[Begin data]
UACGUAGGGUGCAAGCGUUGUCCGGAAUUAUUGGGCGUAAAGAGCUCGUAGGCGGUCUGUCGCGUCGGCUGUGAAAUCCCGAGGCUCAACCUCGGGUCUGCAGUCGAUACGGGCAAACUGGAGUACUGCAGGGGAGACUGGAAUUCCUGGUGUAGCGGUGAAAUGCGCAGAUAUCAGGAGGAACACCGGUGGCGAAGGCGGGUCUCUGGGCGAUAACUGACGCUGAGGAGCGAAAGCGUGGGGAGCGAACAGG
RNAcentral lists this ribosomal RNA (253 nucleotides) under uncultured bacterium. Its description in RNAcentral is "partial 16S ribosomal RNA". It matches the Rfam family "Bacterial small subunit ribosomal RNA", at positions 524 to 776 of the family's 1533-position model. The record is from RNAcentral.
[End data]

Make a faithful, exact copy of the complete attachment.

UACGUAGGGUGCAAGCGUUGUCCGGAAUUAUUGGGCGUAAAGAGCUCGUAGGCGGUCUGUCGCGUCGGCUGUGAAAUCCCGAGGCUCAACCUCGGGUCUGCAGUCGAUACGGGCAAACUGGAGUACUGCAGGGGAGACUGGAAUUCCUGGUGUAGCGGUGAAAUGCGCAGAUAUCAGGAGGAACACCGGUGGCGAAGGCGGGUCUCUGGGCGAUAACUGACGCUGAGGAGCGAAAGCGUGGGGAGCGAACAGG
RNAcentral lists this ribosomal RNA (253 nucleotides) under uncultured bacterium. Its description in RNAcentral is "partial 16S ribosomal RNA". It matches the Rfam family "Bacterial small subunit ribosomal RNA", at positions 524 to 776 of the family's 1533-position model. The record is from RNAcentral.